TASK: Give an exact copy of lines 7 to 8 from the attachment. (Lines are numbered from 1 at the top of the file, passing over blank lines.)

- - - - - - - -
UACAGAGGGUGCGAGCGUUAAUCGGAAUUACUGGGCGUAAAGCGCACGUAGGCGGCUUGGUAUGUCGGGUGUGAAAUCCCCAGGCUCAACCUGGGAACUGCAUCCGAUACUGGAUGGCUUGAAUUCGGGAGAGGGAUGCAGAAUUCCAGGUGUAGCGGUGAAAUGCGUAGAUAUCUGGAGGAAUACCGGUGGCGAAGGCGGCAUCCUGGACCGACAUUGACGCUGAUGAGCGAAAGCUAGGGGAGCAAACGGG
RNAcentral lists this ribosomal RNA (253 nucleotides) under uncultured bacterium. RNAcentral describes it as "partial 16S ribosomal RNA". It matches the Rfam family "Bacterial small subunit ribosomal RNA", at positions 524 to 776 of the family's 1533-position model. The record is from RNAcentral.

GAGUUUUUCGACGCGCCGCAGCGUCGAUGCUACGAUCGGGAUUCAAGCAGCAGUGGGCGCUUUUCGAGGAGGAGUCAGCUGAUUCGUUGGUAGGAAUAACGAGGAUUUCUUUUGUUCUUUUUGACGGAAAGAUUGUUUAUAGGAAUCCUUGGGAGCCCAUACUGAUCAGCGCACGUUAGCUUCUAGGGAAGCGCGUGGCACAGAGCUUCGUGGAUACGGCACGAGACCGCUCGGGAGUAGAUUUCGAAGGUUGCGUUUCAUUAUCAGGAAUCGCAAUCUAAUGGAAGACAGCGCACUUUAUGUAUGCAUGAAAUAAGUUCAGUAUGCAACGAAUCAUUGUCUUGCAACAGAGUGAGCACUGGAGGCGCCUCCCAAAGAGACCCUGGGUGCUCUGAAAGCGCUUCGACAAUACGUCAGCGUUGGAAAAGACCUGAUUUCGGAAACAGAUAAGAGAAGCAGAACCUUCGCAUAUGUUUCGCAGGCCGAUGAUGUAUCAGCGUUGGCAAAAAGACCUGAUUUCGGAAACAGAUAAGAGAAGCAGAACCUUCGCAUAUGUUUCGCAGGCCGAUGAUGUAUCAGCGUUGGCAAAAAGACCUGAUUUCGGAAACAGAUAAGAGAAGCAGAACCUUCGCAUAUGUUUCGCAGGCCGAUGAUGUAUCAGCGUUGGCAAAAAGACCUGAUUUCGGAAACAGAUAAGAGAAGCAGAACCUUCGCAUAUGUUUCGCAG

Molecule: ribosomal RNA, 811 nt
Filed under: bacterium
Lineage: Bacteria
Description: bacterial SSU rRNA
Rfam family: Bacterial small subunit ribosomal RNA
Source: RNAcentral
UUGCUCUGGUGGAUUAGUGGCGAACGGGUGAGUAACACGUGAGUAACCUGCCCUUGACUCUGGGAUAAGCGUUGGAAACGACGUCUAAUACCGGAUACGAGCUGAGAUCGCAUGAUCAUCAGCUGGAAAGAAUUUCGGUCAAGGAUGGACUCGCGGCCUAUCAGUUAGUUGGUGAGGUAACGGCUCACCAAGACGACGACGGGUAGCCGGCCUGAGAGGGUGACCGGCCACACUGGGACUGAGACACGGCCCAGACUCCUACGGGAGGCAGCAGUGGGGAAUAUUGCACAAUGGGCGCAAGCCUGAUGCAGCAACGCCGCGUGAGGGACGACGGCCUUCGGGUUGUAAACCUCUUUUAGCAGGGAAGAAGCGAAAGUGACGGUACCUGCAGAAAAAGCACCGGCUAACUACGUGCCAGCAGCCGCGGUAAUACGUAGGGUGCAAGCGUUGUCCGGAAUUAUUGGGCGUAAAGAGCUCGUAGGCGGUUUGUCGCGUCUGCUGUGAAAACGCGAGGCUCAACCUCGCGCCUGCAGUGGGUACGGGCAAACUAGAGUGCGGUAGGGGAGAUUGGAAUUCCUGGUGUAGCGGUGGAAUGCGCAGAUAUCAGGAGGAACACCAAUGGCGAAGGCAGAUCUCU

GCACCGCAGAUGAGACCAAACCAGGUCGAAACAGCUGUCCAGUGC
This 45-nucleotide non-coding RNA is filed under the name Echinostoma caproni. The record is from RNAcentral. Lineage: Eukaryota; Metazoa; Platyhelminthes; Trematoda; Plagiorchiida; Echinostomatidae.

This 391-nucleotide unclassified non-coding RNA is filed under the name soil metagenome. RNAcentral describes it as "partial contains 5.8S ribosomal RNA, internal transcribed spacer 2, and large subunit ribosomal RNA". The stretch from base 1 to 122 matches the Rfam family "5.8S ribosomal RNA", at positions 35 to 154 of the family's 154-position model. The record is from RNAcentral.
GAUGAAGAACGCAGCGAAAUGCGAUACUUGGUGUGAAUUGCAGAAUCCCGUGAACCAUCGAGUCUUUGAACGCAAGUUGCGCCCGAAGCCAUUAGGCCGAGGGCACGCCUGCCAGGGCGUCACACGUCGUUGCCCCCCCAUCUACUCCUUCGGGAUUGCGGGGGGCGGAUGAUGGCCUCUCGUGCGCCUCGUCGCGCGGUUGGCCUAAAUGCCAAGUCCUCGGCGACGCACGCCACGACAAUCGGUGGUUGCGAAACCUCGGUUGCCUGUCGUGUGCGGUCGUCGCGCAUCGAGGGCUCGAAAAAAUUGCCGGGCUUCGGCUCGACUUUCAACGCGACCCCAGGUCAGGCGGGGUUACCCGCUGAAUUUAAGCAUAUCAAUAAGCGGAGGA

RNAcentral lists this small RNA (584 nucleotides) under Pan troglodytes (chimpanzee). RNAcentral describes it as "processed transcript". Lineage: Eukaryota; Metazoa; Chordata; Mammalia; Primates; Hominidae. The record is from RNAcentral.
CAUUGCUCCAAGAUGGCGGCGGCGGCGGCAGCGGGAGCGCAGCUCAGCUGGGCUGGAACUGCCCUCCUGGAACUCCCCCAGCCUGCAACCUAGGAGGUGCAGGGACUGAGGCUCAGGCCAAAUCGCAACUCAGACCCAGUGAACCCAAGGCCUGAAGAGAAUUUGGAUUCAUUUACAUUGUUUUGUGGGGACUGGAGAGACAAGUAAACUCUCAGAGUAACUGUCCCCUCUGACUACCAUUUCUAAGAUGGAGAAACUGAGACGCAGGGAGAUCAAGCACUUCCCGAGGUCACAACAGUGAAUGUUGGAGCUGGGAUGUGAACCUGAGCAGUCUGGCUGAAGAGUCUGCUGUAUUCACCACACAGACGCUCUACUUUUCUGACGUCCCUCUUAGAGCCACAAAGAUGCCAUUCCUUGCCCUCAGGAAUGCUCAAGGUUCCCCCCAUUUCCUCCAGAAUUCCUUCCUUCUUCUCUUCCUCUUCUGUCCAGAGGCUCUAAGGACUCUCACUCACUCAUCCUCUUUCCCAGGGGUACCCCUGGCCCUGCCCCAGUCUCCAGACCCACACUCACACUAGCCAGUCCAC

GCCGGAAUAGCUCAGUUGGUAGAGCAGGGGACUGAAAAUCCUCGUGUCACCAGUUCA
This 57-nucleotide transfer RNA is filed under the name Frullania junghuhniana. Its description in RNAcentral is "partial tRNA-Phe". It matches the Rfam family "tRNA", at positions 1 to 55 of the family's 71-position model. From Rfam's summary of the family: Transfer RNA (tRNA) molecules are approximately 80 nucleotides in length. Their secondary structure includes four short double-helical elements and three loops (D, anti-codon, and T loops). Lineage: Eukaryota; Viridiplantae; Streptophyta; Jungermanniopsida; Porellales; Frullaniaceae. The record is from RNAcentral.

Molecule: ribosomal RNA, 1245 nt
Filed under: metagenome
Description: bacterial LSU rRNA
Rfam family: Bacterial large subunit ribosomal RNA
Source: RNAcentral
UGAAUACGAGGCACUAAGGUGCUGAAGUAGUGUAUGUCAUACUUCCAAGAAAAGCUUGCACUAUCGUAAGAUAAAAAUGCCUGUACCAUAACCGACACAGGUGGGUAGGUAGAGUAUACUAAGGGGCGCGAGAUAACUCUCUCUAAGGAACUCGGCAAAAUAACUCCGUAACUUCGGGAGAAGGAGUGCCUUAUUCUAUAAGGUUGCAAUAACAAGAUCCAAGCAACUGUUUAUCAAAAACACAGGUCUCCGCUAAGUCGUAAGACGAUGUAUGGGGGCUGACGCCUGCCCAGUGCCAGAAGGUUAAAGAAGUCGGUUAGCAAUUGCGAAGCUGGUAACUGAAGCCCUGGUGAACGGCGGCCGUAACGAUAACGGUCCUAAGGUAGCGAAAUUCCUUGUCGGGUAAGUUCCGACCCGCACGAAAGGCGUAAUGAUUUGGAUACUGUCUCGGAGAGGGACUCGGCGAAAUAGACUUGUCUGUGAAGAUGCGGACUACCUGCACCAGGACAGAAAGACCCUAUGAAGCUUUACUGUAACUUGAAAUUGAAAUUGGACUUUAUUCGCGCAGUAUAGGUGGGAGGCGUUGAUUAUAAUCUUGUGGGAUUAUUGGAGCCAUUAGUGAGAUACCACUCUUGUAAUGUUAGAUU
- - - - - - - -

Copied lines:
Description: bacterial SSU rRNA
Rfam family: Bacterial small subunit ribosomal RNA